Finishing Your Basement

Your New Outdoor Fireplace: 5 Important Aspects to Keep in Mind

An outdoor fireplace or fire pit can add ambiance and comfort to your living space, as well as increase the value of your home. If you have never attempted to create an outdoor fireplace, however, there are several aspects you should keep in mind. Before you get started, bear in mind the following crucial factors:

1. Determine the Local Building Codes of Your Township

Depending upon your township's codes and regulations, you may be required to possess a special permit for a residential outdoor fireplace. Keep in mind that codes typically require chimney wood burning outdoor fireplaces to be of a height of 24 inches taller than any nearby formations. Simply check with the county municipality to be sure you will be adhering to their codes.

2. Consider the Design and Materials

Depending upon your personal taste and preference, as well as your exterior decor, you will want to choose the design carefully. Do you want a portable structure which can be relocated as you desire? Perhaps you would prefer a more permanent piece that is built-in? If you choose a built-in construction, you might want to hire a professional contractor to do the job right. A pro can also install lighting along your outdoor fireplace for a special glow and beauty. Illumination is something to consider if you plan on using the outdoor fireplace during the nighttime hours.

What materials will you choose for your outdoor fireplace? Cast iron is great for durability and will most likely wear well. However, cast iron is probably not the ideal choice for portability as it tends to be quite heavy. Steel will provide strength, yet it will be somewhat lighter, and aluminum will be less expensive. If a rustic, outdoorsy look is what you are after, consider clay materials. Of course, there is always concrete, brick and stucco for a more traditional look.

Finally, determine if you want a gas fuel powered outdoor fireplace or a wood burning model. With gas fuel power, you will not have the smoke, therefore cleaning and maintenance may be easier. However, gas fuel models may require the installation of a pipeline.

3. Think About Safety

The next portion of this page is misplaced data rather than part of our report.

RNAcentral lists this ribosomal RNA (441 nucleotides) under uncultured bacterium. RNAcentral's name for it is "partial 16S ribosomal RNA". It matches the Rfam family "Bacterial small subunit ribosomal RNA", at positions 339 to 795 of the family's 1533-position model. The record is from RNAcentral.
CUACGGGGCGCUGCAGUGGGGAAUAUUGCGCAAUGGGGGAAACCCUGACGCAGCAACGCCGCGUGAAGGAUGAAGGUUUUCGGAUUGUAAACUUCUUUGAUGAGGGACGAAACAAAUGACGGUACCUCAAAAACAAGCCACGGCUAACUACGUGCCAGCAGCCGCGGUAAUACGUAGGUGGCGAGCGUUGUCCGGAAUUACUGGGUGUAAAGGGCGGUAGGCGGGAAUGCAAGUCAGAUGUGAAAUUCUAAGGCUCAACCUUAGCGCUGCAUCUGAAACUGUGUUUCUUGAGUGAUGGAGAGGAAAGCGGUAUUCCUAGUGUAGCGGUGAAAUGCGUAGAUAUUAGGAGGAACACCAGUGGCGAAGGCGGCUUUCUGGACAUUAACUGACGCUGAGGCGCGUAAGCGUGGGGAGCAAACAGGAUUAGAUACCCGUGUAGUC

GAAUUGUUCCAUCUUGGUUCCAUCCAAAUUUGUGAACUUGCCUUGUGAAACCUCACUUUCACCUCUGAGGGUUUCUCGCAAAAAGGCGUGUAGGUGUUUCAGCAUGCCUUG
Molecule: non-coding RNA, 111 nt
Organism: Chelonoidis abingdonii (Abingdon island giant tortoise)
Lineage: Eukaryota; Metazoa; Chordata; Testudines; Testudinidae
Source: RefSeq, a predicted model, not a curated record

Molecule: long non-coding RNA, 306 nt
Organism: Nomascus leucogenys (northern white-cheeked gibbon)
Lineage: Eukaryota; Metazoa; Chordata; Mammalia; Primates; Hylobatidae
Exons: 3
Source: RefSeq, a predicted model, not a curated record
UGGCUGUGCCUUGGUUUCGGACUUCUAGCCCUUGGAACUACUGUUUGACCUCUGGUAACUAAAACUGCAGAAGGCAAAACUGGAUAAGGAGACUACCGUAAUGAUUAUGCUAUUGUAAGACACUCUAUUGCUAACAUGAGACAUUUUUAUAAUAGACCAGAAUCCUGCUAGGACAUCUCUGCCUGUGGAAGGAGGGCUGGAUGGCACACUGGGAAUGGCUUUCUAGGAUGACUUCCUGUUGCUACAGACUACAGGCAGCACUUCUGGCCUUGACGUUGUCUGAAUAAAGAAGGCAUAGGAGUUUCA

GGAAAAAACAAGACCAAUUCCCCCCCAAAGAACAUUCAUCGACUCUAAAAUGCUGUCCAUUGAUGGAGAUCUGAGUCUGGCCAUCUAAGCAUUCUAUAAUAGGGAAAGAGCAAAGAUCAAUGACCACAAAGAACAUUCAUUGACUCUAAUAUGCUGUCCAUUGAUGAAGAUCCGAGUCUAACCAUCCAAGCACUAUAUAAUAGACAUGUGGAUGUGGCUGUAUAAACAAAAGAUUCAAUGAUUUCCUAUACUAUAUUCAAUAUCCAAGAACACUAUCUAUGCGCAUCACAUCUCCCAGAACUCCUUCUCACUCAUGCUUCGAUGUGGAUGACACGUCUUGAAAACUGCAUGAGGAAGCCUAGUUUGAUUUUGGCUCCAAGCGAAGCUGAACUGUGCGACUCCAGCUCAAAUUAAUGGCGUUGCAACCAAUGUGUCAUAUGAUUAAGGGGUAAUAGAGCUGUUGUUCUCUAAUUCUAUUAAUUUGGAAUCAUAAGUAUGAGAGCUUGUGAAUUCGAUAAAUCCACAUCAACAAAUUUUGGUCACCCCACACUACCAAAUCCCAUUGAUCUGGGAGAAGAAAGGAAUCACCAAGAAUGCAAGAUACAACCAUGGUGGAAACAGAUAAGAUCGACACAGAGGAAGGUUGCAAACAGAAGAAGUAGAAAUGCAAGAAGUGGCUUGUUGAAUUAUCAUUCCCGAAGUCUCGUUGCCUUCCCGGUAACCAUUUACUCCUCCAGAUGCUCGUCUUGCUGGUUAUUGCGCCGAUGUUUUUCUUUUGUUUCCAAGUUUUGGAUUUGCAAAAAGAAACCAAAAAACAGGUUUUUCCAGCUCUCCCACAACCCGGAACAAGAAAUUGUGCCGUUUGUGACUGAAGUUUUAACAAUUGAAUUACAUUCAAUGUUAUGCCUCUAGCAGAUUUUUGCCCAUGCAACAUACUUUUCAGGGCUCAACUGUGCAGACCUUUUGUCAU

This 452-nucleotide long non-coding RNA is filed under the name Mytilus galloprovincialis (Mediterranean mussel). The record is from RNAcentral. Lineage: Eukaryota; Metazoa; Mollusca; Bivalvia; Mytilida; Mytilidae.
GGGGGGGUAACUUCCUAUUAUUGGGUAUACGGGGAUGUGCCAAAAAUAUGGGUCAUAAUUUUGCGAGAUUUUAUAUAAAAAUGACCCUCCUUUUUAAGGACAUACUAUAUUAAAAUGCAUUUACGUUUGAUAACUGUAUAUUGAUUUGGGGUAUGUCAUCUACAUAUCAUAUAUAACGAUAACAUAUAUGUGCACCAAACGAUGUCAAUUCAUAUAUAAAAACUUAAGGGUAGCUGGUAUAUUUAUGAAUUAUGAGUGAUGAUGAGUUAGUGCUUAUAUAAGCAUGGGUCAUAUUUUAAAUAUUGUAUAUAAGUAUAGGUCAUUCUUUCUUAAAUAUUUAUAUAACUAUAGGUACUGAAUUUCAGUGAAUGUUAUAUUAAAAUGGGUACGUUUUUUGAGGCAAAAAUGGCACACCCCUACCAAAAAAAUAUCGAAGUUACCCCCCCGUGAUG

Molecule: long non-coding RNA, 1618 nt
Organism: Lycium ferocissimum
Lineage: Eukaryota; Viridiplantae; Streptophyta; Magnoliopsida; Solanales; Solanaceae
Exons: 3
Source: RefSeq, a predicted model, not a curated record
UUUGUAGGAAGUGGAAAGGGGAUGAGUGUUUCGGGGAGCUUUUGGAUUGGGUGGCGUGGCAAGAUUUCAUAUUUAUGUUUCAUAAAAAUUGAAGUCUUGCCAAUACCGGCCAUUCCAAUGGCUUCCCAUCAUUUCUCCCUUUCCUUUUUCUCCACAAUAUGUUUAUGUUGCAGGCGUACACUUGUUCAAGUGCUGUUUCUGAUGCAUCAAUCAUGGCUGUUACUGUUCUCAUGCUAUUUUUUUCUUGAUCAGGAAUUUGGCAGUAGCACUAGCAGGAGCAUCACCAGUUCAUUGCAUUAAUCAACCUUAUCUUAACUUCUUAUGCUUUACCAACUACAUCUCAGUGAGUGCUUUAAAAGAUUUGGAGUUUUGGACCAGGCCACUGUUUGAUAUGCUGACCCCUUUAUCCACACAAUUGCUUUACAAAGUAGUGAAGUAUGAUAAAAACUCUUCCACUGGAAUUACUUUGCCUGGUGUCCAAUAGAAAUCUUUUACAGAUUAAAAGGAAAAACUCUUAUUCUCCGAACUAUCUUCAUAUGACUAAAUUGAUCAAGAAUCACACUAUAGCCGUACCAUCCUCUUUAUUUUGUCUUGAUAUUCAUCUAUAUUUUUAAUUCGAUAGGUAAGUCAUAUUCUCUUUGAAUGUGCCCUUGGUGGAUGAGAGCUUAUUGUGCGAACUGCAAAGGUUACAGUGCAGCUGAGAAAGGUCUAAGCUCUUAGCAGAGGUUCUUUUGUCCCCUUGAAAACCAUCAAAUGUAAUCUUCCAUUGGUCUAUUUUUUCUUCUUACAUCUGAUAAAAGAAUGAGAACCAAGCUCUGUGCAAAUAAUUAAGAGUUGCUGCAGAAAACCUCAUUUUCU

If you have small children (or plan to entertain with small children present), or if you own pets, you might want to forgo the idea of a fire pit and opt for a screened fireplace instead. The screen will provide that extra safety precaution when small kids and animals are nearby.

4. Determine the Best Spot to Locate Your Outdoor Fireplace

If you own an outdoor hot tub or swimming pool, consider placing your fireplace nearby for easy access. Alternatively, you might want to consider building a separate deck to house your outdoor fireplace. Doing so may require more effort and cost, but it can enable you to create more of a showcase for your fireplace. 

5. Inspect Your Outdoor Fireplace Regularly

Routine maintenance is a very important part of keeping any outdoor fireplace. An important component that should not be overlooked by a newbie is the refractory fire-box panels of your fireplace. With regular use, these panels may be subjected to cracks or damage, especially if you live in a cold region.

You'll want to replace the refractory fire-box panels after they become worn. This not a very complicated process for most people experienced with DIY projects. Simply unscrew the panels and replace them with new ones. If you are unsure about how to check for signs of damage, have a professional inspect it for you.

You will also want to clean the fireplace grating regularly. You can do this with a hose, but it's best to avoid power washing. Be sure you scrape away dirt, debris, and soot from the metal grates as well. Alternatively, you can use a shop vacuum to remove soot, debris, or ashes from outdoor fire pit or fireplace.

For more about this topic, talk to a fireplace contractor near you.